Swain commissioners oppose Smokies parking fee
A parking fee proposed for the Great Smoky Mountains National Park has earned support from organizations ranging from the National Parks Conservation Association to the North Shore Cemetery Association — but also opposition from a growing list of governments and elected officials.
“I understand they’re trying to raise some money, but to raise money off of Swain County just seems heartless,” said Swain County Commissioner Roger Parsons during an April 7 meeting. “It seems like it just stings to make Swain County residents pay to park in Deep Creek, or wherever we may be.”
During that meeting , which came just one day after the park publicly announced its proposal , Swain County commissioners unanimously approved a resolution opposing the proposed fee — or any fee for park use “not directly associated with the use of amenities or a commercial purpose.” The resolution also directed the board clerk to send a letter to the county’s state and federal representatives asking that they write to the National Park Service in opposition to the fee.
The resolution points out that Swain County holds 42% of the park’s acreage, with many Swain County residents descended from the people who inhabited that land before the Park Service took it over. Imposing parking fees would hinder residents’ ability to access the park and visit ancestors’ graves, the resolution says.
A joint position paper from Friends of the Bryson City Cemetery and Lauada Cemetery Association released April 25 also appeals to Swain County’s unique place in park history.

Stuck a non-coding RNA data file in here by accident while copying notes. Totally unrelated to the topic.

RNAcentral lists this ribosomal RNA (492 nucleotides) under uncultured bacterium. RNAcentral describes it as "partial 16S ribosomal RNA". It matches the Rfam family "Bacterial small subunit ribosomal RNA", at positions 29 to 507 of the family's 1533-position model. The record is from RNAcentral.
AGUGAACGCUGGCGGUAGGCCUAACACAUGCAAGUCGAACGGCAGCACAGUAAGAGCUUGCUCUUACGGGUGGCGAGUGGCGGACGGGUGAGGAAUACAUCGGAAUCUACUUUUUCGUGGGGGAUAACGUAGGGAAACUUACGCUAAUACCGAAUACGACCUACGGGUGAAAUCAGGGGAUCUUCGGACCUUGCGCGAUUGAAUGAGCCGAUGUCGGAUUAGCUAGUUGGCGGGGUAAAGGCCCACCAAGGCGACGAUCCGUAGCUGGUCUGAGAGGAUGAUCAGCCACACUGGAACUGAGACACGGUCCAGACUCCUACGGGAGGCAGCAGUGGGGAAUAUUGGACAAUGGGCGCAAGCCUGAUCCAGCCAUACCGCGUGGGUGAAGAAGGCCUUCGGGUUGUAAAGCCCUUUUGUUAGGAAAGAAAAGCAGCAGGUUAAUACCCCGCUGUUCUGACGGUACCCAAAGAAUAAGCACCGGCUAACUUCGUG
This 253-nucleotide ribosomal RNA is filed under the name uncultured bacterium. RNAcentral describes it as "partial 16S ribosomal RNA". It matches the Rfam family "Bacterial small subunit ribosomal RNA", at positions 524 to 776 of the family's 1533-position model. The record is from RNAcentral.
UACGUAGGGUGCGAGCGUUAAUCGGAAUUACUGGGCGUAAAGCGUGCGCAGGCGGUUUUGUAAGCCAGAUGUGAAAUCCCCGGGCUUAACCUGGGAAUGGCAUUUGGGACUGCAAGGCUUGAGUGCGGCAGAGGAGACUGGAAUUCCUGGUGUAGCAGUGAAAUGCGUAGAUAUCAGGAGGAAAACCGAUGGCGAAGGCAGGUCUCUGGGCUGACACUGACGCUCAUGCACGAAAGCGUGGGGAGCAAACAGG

“Many who take their rest on these hallowed grounds did not surrender their homes and sanctuaries now in the GSMNP willingly but saw their lands condemned by both state and federal agencies employing powers of eminent domain,” the paper reads. “The taking was so morally and ethically repugnant in the eyes of some that they refused to accept payment and never signed a deed to the properties. It is our sacred duty and honor to remember and stand by these forebears and their justly righteous indignation.”
About 87% of Swain County land is owned by the federal government, meaning that opportunities for local recreation projects are limited and the decisions of federal agencies like the Park Service significantly impact residents’ daily lives.
“What we want is for Swain County to be able to issue these passes, because we want to issue them to vehicles — not people — vehicles registered in Swain County,” said Commission Chairman Ben Bushyhead.
The park reported 14.1 million visits last year, while Swain County has a population of only about 15,000. Granting those residents free access would have little impact on the park’s bottom line, Bushyhead said.
Since commissioners passed the resolution, Smokies Superintendent Cassius Cash has announced that members of the Eastern Band of Cherokee Indians will receive free passes, because existing Park Service regulations allow free park access for tribal members visiting park lands for traditional purposes. Bushyhead, himself a tribal citizen, said that he doesn’t see much difference between the EBCI’s case for free access and Swain County’s.